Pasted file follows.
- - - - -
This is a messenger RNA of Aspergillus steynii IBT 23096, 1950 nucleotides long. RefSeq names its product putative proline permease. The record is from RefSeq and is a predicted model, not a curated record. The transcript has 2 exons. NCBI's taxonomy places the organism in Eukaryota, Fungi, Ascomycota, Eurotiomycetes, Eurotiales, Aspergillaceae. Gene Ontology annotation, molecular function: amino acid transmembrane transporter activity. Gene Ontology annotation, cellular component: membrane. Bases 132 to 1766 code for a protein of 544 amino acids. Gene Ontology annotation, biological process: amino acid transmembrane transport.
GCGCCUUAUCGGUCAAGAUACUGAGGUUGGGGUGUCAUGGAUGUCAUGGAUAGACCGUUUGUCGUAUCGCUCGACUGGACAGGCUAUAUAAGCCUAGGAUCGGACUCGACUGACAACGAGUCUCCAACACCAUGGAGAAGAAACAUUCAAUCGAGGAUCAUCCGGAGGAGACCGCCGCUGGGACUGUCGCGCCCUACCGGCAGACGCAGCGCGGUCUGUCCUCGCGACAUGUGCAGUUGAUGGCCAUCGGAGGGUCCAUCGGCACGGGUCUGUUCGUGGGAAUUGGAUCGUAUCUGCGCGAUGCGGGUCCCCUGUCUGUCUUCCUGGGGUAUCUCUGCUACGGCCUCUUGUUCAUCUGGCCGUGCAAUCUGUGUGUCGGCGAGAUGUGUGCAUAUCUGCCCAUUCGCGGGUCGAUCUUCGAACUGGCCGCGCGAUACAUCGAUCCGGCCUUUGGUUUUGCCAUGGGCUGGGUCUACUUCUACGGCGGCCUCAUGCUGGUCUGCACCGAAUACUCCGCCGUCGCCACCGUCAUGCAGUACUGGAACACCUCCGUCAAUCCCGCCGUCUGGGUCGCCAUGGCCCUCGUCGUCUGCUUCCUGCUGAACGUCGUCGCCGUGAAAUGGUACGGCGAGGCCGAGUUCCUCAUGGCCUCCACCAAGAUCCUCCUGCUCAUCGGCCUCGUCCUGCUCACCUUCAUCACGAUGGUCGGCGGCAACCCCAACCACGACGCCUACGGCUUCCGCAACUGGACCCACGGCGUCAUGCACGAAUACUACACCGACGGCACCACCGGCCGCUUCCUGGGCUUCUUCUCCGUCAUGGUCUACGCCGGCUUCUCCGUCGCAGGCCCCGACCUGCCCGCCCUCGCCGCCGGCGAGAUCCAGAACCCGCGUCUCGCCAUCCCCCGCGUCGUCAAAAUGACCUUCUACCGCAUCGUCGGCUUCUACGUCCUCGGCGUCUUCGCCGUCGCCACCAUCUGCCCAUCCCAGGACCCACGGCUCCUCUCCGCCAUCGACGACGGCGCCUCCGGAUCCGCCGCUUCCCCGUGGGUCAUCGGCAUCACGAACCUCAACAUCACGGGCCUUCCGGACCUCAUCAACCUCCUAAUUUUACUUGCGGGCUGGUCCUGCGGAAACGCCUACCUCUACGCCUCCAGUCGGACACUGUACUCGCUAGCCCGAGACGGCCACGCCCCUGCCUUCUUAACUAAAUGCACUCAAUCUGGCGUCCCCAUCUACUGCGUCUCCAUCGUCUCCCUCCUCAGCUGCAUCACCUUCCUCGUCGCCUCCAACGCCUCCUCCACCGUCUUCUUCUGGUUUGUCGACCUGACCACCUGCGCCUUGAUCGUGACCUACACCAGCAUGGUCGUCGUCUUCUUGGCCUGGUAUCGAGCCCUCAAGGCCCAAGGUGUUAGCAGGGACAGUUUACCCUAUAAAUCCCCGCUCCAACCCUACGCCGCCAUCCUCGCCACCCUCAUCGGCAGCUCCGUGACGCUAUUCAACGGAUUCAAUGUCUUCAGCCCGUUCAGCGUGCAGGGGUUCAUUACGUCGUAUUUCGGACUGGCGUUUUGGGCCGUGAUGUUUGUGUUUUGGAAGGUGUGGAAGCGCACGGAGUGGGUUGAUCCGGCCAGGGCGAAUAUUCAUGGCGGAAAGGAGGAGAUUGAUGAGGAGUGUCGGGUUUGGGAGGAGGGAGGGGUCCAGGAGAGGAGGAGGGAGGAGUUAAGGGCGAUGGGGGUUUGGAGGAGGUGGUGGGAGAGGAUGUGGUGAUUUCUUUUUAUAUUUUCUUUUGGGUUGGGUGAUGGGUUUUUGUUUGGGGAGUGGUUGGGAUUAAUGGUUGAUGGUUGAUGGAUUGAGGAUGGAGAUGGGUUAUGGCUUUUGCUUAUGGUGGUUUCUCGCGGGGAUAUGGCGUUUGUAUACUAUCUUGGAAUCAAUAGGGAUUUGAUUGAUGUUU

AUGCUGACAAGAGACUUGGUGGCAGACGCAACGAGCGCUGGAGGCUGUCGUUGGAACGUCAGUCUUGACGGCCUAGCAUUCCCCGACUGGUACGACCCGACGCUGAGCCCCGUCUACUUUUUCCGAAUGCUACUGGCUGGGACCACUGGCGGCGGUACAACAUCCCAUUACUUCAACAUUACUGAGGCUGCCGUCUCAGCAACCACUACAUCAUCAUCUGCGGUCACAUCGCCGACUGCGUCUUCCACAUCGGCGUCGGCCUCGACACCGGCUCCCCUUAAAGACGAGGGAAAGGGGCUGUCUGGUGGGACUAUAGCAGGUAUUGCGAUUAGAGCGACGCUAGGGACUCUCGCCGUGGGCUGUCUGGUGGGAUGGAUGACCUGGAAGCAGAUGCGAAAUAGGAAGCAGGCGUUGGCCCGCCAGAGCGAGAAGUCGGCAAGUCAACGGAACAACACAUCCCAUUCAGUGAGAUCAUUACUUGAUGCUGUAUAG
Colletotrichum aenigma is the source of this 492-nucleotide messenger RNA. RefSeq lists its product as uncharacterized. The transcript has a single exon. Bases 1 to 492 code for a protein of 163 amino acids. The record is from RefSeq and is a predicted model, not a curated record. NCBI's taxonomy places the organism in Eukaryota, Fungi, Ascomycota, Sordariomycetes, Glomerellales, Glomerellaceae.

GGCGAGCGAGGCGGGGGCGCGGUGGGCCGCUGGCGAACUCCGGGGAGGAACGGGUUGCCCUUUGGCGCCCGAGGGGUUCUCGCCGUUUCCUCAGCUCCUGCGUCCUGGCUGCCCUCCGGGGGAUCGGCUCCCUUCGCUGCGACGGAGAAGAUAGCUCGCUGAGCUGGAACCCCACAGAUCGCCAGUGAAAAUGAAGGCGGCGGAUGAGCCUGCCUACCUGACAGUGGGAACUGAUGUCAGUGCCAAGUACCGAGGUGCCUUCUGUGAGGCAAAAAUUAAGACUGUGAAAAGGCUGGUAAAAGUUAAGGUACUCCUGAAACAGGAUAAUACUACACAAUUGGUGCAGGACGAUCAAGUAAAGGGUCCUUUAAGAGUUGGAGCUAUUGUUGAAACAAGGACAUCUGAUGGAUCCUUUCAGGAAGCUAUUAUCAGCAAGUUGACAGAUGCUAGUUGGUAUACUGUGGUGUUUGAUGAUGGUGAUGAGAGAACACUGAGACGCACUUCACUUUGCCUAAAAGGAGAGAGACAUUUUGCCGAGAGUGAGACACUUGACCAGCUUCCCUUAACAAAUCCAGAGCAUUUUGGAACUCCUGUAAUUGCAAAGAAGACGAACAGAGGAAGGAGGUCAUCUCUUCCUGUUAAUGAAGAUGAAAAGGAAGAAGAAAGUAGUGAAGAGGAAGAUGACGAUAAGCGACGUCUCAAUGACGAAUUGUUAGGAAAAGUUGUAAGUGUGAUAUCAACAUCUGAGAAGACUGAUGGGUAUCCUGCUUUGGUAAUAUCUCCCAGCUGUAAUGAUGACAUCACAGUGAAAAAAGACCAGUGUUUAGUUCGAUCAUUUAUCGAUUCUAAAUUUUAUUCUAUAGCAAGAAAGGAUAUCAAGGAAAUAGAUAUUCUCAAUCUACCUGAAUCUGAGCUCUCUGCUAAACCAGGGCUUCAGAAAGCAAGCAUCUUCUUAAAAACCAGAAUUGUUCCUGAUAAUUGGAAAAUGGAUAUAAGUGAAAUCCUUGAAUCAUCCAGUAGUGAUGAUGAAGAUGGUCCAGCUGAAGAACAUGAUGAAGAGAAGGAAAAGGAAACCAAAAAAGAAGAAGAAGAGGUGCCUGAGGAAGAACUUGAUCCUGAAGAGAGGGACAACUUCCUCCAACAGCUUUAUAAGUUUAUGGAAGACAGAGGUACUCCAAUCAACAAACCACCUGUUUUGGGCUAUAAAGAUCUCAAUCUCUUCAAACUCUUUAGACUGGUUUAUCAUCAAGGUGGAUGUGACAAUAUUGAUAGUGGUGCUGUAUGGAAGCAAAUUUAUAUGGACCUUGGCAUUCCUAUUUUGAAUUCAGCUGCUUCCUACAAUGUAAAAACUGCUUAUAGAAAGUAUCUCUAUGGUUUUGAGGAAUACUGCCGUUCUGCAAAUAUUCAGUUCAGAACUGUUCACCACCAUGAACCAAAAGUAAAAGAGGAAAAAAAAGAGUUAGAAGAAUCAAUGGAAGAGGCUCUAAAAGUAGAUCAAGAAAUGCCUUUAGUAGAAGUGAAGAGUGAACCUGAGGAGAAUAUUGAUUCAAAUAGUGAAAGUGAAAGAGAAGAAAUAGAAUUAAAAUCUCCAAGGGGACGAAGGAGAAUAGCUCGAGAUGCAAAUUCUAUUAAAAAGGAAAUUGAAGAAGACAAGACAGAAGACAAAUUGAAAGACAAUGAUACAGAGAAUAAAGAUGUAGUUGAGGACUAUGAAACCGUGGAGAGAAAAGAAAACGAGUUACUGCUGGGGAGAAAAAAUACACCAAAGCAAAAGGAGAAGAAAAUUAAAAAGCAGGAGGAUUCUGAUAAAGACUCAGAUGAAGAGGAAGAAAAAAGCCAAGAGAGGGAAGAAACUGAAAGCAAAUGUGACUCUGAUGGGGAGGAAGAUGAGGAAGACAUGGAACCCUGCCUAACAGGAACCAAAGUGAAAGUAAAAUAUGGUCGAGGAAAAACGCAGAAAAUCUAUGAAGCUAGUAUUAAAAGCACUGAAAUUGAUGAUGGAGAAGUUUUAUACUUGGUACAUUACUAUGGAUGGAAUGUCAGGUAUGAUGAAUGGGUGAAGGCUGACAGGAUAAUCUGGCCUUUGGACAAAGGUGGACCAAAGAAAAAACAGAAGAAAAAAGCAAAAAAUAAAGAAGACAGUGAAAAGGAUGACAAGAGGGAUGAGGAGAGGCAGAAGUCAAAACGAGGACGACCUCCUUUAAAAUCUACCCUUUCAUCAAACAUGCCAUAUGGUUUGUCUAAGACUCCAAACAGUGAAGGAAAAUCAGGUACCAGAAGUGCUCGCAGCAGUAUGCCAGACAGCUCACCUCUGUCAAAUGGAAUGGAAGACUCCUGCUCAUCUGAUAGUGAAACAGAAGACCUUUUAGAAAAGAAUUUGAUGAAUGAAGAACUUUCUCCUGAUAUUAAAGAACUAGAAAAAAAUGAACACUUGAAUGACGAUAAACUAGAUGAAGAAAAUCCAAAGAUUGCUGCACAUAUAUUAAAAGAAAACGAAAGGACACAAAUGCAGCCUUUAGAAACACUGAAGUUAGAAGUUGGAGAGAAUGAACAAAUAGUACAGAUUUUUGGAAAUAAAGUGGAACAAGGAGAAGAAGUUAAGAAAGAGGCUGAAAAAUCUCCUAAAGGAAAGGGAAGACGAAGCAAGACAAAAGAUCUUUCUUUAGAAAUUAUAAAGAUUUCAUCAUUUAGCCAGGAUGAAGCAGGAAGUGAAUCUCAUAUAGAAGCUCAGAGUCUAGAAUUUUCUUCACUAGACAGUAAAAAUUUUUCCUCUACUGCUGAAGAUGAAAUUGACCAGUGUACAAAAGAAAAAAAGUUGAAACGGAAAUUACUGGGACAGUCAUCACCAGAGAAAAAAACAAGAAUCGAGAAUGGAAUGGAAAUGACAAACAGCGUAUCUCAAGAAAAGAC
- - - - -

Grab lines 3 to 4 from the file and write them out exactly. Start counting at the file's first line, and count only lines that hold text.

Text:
AUGCUGACAAGAGACUUGGUGGCAGACGCAACGAGCGCUGGAGGCUGUCGUUGGAACGUCAGUCUUGACGGCCUAGCAUUCCCCGACUGGUACGACCCGACGCUGAGCCCCGUCUACUUUUUCCGAAUGCUACUGGCUGGGACCACUGGCGGCGGUACAACAUCCCAUUACUUCAACAUUACUGAGGCUGCCGUCUCAGCAACCACUACAUCAUCAUCUGCGGUCACAUCGCCGACUGCGUCUUCCACAUCGGCGUCGGCCUCGACACCGGCUCCCCUUAAAGACGAGGGAAAGGGGCUGUCUGGUGGGACUAUAGCAGGUAUUGCGAUUAGAGCGACGCUAGGGACUCUCGCCGUGGGCUGUCUGGUGGGAUGGAUGACCUGGAAGCAGAUGCGAAAUAGGAAGCAGGCGUUGGCCCGCCAGAGCGAGAAGUCGGCAAGUCAACGGAACAACACAUCCCAUUCAGUGAGAUCAUUACUUGAUGCUGUAUAG
Colletotrichum aenigma is the source of this 492-nucleotide messenger RNA. RefSeq lists its product as uncharacterized. The transcript has a single exon. Bases 1 to 492 code for a protein of 163 amino acids. The record is from RefSeq and is a predicted model, not a curated record. NCBI's taxonomy places the organism in Eukaryota, Fungi, Ascomycota, Sordariomycetes, Glomerellales, Glomerellaceae.